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Defining FR – Flame Resistant Fabrics (Jul/Aug-11)
OSHA's Flammable & Combustible Liquids (May/Jun-11)
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OSHA Is My Friend (Nov/Dec-10)
OSHA Standard for Control of Hazardous Energy Sources? (Sep/Oct-10)
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What You Should Know about OSHA and Plastic Working Machinery (Mar/Apr-10)
Fasten Those Forklift Seat Belts (Jan/Feb-10)
My Back Hurts (Nov/Dec-09)
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Is Your Company on OSHA's Hit List?
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Safety Means . . . Never Having to Say You're Sorry (Jan/Feb-08)
Flammables and Combustible Liquids (Nov/Dec-07)
Designing-In Safety NOT Retrofitting Safety (Sep/Oct-07)
Back Safety and Lifting (Jul/Aug-07)
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Your Hearing Keep it for a Lifetime (Mar/Apr-07)
Light Up the Holidays the Safe Way (Nov/Dec-06)
Would You Risk Your Employee's Life? (Sep/Oct-06)
How to Control Workers' Compensation Costs (Jul/Aug-06)
Compliance with 70E Electrical Standards (May/Jun-06)
OSHA Is on the Move (Mar/Apr-06)
Workplace Violence (Jan/Feb-06)
The Aging Workforce (Nov/Dec-05)
The Safety Paradox (Sep/Oct-05)
Machine Guarding (Jul/Aug-05)
Effective Risk Management (May/Jun-05)
Safety Is Everyone's Business (Mar/Apr-05)
New Year's Resolution Safety (Jan/Feb-05)
Safe Driving (Nov/Dec-04)
Terror In The Skies Revisited (Sep/Oct-04)
How They Got Hurt (Jul/Aug-04)
In-Plant Air Monitoring & Analysis (May/Jun-04)
Safety on the Job and Complying with the Americans With Disabilities Act (Mar/Apr-04)
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A Supervisor's Duty (Nov/Dec-03)
Machine Safety – Are Your Machines Safe to Operate? (Sep/Oct-03)
Summer is Here (Jul/Aug-03)
Working Safely On Powered Industrial Trucks (Forklifts) (May/Jun-03)
Does Your Safety and Health Workplace Program Contain All of These Elements? (Mar/Apr-03)
Methylene Chloride (Jan/Feb-03)
Safety Signs & Labels - Does Your Facility Comply? (Nov/Dec-02)
Indoor Air Quality (Sep/Oct-02)
When OSHA Arrives (Jul/Aug-02)
Facts About the Occupation Safety & Health Administration (OSHA) (May/Jun-02)
Workplace Fire Safety (Mar/Apr-02)
OSHA 300 Form (Jan/Feb-02)
Preparing for Disaster (Nov/Dec-01)
How Much is a Life Worth? (Sep/Oct-01)
Material Handling Programs (Jul/Aug-01)
It's Up To You To Protect Your Skin (May/Jun-01)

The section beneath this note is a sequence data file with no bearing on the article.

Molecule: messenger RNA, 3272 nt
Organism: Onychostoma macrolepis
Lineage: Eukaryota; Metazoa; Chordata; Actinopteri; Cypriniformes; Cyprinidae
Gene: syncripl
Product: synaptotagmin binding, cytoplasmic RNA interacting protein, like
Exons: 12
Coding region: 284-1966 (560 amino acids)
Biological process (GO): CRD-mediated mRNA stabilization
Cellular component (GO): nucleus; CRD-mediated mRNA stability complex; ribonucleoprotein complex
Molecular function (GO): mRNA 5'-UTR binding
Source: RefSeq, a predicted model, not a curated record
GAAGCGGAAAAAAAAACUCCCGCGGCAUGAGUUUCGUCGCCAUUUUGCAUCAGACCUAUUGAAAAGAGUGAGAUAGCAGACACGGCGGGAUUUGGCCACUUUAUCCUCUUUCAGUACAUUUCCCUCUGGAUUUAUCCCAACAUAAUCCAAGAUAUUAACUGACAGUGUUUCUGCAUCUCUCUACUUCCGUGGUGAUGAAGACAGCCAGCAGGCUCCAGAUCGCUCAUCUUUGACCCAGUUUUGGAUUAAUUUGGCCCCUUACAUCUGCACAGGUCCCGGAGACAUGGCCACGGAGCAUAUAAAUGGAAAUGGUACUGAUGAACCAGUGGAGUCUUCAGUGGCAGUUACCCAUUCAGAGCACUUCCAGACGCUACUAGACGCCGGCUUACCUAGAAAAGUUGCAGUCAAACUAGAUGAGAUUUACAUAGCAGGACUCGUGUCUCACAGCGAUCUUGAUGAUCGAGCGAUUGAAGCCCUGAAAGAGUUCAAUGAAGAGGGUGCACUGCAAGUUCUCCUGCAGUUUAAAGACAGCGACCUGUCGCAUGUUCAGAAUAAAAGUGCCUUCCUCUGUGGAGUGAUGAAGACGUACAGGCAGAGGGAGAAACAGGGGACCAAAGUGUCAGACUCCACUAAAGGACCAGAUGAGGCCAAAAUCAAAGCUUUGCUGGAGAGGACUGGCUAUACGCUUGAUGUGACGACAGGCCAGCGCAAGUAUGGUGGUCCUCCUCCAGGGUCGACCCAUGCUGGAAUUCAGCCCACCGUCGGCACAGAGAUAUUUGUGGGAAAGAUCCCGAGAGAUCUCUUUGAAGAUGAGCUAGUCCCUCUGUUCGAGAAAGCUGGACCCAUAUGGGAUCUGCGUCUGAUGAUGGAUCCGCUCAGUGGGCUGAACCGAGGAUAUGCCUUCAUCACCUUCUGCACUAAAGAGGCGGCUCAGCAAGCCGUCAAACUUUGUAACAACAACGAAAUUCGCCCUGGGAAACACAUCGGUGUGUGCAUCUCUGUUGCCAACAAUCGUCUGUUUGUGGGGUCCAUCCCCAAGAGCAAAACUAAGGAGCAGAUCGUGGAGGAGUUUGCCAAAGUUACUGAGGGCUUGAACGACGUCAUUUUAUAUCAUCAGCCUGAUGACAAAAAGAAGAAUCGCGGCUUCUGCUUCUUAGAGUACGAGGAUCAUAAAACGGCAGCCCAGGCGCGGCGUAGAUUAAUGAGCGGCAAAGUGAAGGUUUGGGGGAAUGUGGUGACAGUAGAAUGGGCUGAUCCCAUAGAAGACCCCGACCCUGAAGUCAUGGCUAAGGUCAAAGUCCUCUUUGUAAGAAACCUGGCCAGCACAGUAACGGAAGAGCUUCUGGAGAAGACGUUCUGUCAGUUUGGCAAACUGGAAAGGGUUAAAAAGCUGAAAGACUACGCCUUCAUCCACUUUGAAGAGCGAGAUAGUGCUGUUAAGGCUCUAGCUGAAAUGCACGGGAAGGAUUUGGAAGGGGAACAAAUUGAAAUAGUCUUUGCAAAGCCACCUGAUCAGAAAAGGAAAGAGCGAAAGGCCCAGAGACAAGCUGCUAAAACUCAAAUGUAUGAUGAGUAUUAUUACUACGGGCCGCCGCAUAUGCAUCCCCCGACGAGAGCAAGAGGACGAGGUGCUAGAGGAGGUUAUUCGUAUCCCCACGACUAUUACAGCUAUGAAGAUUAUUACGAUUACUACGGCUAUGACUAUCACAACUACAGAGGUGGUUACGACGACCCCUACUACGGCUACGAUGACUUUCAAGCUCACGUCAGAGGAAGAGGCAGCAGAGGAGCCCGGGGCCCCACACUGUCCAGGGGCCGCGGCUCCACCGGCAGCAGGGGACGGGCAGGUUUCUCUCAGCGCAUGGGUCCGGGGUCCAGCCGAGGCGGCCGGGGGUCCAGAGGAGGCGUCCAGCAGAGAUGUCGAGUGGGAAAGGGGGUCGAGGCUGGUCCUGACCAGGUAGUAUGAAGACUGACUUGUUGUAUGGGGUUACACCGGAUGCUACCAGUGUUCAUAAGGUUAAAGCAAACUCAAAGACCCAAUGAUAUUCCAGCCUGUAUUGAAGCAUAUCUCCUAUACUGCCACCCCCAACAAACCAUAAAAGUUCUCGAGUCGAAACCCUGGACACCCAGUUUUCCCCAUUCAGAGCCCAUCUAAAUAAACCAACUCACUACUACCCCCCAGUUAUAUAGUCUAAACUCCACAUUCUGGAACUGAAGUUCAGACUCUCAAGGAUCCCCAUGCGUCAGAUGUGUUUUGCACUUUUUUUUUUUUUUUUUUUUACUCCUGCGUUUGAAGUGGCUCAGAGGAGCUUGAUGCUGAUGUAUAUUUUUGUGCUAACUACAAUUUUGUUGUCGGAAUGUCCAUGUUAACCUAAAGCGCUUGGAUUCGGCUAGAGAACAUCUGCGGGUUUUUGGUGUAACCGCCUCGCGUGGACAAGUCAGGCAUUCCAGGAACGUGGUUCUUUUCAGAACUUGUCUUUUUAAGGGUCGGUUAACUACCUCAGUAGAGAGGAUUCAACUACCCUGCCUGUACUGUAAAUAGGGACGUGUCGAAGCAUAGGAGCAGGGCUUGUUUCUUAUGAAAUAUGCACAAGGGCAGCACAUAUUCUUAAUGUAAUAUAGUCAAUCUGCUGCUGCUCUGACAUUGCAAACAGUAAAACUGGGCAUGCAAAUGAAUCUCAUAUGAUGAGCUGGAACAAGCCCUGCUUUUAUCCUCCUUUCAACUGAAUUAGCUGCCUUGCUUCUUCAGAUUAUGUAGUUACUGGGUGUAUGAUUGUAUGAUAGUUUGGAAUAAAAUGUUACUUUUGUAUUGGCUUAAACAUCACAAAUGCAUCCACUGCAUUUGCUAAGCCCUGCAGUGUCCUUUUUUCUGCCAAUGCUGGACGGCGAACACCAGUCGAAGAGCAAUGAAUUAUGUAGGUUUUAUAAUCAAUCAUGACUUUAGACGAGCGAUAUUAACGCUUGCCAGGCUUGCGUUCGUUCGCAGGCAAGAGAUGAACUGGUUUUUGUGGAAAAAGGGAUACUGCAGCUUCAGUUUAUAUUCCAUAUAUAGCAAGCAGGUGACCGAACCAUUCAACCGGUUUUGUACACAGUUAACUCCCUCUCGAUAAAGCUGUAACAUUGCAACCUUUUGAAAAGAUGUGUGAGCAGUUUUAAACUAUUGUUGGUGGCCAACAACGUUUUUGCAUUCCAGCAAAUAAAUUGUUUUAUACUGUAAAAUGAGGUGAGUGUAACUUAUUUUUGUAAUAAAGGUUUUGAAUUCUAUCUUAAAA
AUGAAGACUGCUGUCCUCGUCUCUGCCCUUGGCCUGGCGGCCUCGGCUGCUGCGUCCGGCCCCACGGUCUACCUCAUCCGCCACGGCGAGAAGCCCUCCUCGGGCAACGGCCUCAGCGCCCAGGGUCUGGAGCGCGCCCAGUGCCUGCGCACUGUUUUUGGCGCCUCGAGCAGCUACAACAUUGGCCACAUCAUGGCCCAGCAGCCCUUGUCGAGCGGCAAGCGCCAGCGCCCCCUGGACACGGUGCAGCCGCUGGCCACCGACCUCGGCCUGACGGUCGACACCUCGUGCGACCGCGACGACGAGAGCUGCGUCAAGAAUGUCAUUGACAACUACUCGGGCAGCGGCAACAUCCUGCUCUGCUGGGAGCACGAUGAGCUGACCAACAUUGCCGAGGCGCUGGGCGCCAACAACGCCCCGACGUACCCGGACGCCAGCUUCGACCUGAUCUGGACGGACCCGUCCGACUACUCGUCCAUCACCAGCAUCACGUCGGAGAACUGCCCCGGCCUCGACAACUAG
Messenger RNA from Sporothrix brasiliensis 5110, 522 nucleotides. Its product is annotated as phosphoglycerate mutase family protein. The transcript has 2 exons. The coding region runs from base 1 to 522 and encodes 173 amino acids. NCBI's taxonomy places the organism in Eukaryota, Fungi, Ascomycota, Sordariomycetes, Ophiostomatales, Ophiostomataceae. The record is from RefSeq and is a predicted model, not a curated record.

When You’ve Been Handed the Responsibility for Safety (Mar/Apr-01)
A Fresh Look at Machine Safeguarding (Jan/Feb-01)
Safe Work Habits (Nov/Dec-00)
The Importance of Material Safety Data Sheets (Sep/Oct-00)
Hazardous Waste Operations and Emergency Response (Jul/Aug-00)
Lockout/Tagout Program (May/Jun-00)
OSHA Violations, Citations and Penalties for 1998 (Mar/Apr-00)
Erogonomics and Machinery Safeguarding (Jan/Feb-00)
General Machine Principles (Nov/Dec-99)
SAFETY SOLUTIONS
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SAFETY SOLUTIONS: Methylene Chloride
A while back one of our readers asked a question about Methylene chloride. The reader was updating their safety program and realized that the methelene chloride in all of their solvent cements for acrylics had been lowered from 200ppm to 25ppm. I researched the Federal OSHA regulations and also the National Institute of Occupational Safety & Health (NIOSHA) and came up with the following information.

Background
Physical and Chemical Properties

Methylene chloride is a colorless, volatile, nonflammable liquid with a penetrating, ether-like odor that is detectable at about 200 parts per million (ppm) in air.

Methylene Chloride: The OSHA standard for methylene chloride was promulgated January 10, 1997. It reduces the PEL (permissible exposure level) from 500 ppm to 25 ppm. An amendment to the final rule was published on September 22, 1998.

The National Institute of Occupational Safety & Health (NIOSH) estimates that 1 million workers are potentially exposed to methylene chloride during its manufacture and use; as a solvent, aerosol propellant or fumigant and as a blowing agent in flexible urethane foams.

In 1976, NIOSH published a document entitled "Criteria for a Recommended Standard .... Occupational Exposure to Methylene Chloride." In that document, NIOSH recommended a 10-hour time-weighted average (TWA) occupational exposure limit of 75 parts per million in order to prevent interference by methylene chloride with delivery of oxygen to tissues, and impairment in functions of the central nervous system (CNS). Since 1976, the carcinogenicity of methylene chloride has been documented in several studies of chronic effects in animals. On the basis of carcinogenic and tumorigenic responses in rats and mice, and in accordance with the Cancer Policy of the Occupational Safety and Health Administration NIOSH recommends that Methylene chloride be regarded as a "potential occupational carcinogen." Although the potential for methylene chloride-induced cancer in humans has not been determined, the probability of a population of exposed workers developing cancer could be decreased by reducing exposure. Therefore, NIOSH recommends that occupational exposure to methylene chloride be controlled to the lowest feasible limit.

It is also recommended that producers and users of methylene chloride disseminate this information to their workers and customers, that professional and trade associations and unions inform their members of the potential hazards of working with methylene chloride, and that appropriate engineering controls and work practices are used to reduce the exposure of workers to the lowest feasible extent.

Data obtained by the National Toxicology Program from studies with methylene chloride using rats demonstrate exposure and dose-related increases in benign mammary tumors in males and females, respectively, and exposure-related malignant tumors of the lung and liver in male and female mice. These data in conjunction with the data obtained by the Halogenated Solvents Industry Alliance are sufficient to classify methylene chloride as an OSHA Category I potential carcinogen.